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Losing weight for good

Trying to lose weight for good? Quit thinking of food in terms of points. Put down your measuring cups; throw away your food scales and quit obsessing over whether the apple you splurged on should be logged into your online food calculator as medium or large. I can assure you – not accurately accounting for the difference of 42 calories is not the reason you can’t lose weight.

Can one learn valuable tips from counting calories? Sure. But meticulously counting calories for anything more than a couple of days takes away valuable time – time that could be spent preparing nutritious meals; getting more sleep or even just doing an activity you enjoy. If your time is limited (and everyone seems to think it is) you’d be much better off spending that time actually exercising rather than engaging in an exercise in futility (aka: meticulously counting calories).

A pound of fat contains about 3,500 calories of stored energy. So, while you may think – if you eat 500 calories less per day, in a week you could be one pound lighter (500 x 7 =3500). Or if you burn another 500 calories through exercise you’ll be two pounds lighter. It’s appealing logic, but it’s also wrong.

The human body is a little more complex than that cut and dry math. Many people intuitively understand that 170 calories from a Mountain Dew are not the same as 170 calories of meat from grass-fed cattle, yet many still choose their nutrition based on how many points it is worth or how many calories are on the label. Fat loss depends on a few things: hormones, vitamins and mineral co-factors, sleep, recovery, genetic differences and toxic load – none of which are accounted for in strict calorie-counting theories.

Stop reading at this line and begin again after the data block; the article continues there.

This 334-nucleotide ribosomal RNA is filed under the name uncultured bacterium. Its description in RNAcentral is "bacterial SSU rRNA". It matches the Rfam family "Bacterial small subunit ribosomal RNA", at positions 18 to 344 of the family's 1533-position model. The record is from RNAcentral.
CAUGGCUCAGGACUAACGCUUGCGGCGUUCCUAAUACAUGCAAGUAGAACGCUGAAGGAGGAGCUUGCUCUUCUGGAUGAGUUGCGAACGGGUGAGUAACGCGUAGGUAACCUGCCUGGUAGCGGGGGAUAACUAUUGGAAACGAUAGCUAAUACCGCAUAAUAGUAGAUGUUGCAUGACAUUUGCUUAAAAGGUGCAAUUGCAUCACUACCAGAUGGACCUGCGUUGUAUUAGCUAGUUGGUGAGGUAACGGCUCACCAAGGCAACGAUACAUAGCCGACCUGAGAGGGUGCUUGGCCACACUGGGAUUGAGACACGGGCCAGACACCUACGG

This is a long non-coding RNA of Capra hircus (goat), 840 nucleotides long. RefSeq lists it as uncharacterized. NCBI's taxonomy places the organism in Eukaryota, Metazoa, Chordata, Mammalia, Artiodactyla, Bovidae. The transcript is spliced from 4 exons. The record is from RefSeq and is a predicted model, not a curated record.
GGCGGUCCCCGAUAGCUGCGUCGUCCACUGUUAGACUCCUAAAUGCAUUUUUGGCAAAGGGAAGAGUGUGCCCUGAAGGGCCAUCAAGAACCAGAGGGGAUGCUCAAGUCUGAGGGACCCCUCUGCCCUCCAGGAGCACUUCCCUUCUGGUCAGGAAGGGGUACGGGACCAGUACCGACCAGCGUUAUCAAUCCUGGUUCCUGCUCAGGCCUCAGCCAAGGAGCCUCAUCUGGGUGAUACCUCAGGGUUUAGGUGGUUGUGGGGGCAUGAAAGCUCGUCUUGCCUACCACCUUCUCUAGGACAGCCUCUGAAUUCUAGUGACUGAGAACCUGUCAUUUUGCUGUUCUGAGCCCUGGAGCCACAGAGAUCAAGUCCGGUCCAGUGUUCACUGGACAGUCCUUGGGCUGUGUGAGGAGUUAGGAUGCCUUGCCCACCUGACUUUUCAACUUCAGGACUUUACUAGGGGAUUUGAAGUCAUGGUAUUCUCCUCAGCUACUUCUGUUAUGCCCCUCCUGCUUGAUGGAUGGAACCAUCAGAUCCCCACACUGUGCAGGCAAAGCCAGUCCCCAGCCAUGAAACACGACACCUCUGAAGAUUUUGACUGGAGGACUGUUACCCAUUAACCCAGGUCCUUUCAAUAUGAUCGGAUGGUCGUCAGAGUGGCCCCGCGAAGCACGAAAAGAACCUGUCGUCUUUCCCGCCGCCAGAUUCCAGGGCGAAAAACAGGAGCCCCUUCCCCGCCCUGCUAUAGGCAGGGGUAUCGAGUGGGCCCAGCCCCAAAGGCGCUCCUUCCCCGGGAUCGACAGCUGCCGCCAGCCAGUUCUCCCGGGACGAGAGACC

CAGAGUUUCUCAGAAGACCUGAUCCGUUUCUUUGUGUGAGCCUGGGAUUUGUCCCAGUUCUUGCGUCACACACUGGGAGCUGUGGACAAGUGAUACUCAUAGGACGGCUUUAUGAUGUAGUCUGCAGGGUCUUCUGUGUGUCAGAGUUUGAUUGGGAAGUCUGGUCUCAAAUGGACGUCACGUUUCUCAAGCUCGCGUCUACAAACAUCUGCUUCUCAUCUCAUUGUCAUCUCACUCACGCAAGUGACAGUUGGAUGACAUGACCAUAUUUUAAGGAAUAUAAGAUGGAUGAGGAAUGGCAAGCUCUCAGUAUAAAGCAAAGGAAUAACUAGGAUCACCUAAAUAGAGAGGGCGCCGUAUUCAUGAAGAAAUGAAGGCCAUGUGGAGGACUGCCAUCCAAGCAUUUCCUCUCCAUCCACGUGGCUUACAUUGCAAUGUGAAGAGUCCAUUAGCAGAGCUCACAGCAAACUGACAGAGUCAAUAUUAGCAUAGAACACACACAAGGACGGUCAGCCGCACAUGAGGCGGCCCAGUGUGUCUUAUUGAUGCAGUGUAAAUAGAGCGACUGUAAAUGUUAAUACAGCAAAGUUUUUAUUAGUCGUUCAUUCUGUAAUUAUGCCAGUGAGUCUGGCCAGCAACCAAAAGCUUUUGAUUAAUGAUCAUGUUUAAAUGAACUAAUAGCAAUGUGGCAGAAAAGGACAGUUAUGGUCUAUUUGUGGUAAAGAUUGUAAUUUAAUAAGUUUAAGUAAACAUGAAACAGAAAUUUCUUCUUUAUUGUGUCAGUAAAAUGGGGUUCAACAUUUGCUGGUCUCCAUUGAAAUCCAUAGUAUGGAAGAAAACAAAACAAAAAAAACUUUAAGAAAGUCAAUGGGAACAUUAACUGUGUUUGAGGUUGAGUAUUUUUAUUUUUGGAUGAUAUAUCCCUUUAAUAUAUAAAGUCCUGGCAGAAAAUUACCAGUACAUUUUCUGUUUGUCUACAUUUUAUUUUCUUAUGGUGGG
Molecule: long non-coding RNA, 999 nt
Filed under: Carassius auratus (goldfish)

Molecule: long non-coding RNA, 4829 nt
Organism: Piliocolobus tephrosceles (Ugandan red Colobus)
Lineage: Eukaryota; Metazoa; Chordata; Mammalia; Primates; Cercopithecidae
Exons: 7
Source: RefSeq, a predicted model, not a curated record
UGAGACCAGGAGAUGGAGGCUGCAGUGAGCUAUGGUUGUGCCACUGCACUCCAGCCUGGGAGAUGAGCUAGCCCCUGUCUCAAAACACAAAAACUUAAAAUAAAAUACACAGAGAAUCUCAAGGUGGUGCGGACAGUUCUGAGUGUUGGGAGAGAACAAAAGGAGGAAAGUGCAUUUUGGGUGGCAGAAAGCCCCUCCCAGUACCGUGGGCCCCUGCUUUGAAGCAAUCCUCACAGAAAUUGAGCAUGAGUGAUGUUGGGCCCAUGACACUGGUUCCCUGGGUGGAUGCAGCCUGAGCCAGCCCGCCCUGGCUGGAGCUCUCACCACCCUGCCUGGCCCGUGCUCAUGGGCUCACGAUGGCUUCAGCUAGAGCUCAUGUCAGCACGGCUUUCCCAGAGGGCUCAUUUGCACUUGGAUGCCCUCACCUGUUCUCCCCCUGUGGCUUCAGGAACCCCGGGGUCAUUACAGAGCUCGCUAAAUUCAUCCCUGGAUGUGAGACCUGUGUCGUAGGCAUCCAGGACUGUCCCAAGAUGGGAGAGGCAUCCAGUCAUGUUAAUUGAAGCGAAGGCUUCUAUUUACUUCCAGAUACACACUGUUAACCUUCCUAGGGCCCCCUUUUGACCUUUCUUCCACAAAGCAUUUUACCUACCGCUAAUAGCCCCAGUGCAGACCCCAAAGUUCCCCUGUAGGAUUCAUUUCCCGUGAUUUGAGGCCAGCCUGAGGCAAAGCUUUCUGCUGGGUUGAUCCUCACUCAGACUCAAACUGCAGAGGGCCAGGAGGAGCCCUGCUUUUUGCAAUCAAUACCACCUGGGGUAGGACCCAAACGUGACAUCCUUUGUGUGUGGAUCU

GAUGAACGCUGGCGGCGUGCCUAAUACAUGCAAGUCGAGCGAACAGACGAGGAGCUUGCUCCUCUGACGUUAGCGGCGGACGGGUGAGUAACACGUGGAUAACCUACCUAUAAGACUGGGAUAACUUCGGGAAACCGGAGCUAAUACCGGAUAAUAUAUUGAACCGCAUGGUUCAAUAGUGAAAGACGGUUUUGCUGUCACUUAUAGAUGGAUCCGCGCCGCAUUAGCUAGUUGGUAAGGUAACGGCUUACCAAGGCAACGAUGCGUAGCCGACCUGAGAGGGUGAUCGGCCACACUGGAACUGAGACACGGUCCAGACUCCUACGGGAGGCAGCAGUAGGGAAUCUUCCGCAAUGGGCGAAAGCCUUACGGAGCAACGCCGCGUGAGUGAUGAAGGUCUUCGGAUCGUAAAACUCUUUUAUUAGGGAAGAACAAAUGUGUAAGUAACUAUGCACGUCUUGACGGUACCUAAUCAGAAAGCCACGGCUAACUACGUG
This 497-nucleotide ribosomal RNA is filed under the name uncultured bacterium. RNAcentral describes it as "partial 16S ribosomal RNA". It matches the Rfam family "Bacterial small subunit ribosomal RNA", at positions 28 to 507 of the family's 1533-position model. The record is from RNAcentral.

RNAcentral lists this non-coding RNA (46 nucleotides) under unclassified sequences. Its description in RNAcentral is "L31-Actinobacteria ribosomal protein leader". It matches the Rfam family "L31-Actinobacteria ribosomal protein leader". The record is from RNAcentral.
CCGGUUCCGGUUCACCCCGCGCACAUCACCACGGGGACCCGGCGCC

The following are two examples – one nutritional and one exercise-based – that should put a nail into the calorie counting coffin.

Comparing food-based calories: A study compared an egg-based breakfast to a bagel-based breakfast. Researchers made sure to match the total amount of energy (calories) as well as energy density (calories/grams of food) for all groups. At the end of eight weeks, the group reducing calories and eating eggs for breakfast lost 65 percent more weight and reduced their waist circumference 34 percent more than the group eating the same amount of calories from bagels. Contrary to popular belief, the egg group did not show increased cholesterol or triglyceride levels.


Calories burned during exercise are not the “end all-be all:” A study compared 20 weeks of endurance aerobic training versus 15 weeks of high intensity interval training. Over the course of the study, it was estimated that the high intensity group burned only half the calories of the endurance group. When researchers accounted for the energy cost difference, they found the high intensity group burned nine times the amount of belly fat per calorie burned. Spend LESS time doing cardio, burn MORE fat: sounds like a sweet deal. However, high intensity intervals are well, high intensity, so you probably won’t be able workout and read the latest issue of People magazine at the same time.  

That said, calorie counting can be a useful tool when used in a proper context. Count calories for a few days – even a week. Learn about relative portion sizes for certain foods. Learn which foods contain protein, carbohydrates and fat. More importantly, learn how those foods affect your hunger, energy, sleep, mood and mental function. If you tend to eat a low amount of calories and still do not lose weight, consider that it may be food or exercise choices, not calories. Once you’ve learned some of these lessons, ditch the online calculators, measuring cups and scales. Listen to your body’s hunger and satiety cues; make proper, nutrient-dense food choices and make time to take actions for your health. If you could spend a half hour a day logging the calories from a processed meal or making a homemade meal, chose the latter. The calories will fall in line to the extent the food choices do. Don’t let calories convince you that a 100-calorie bag of Oreos is a better diet food than a 120-calorie tablespoon of mitochondria-inducing, fat-burning, coconut oil. Calories act merely as tools that need to be applied in a proper setting.   

Resources: Eggs for breakfast: http://www.ncbi.nlm.nih.gov/pmc/articles/PMC2755181/ and High-intensity intervals: http://www.ncbi.nlm.nih.gov/pubmed/8028502


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Brian Staude

Fitness Professional
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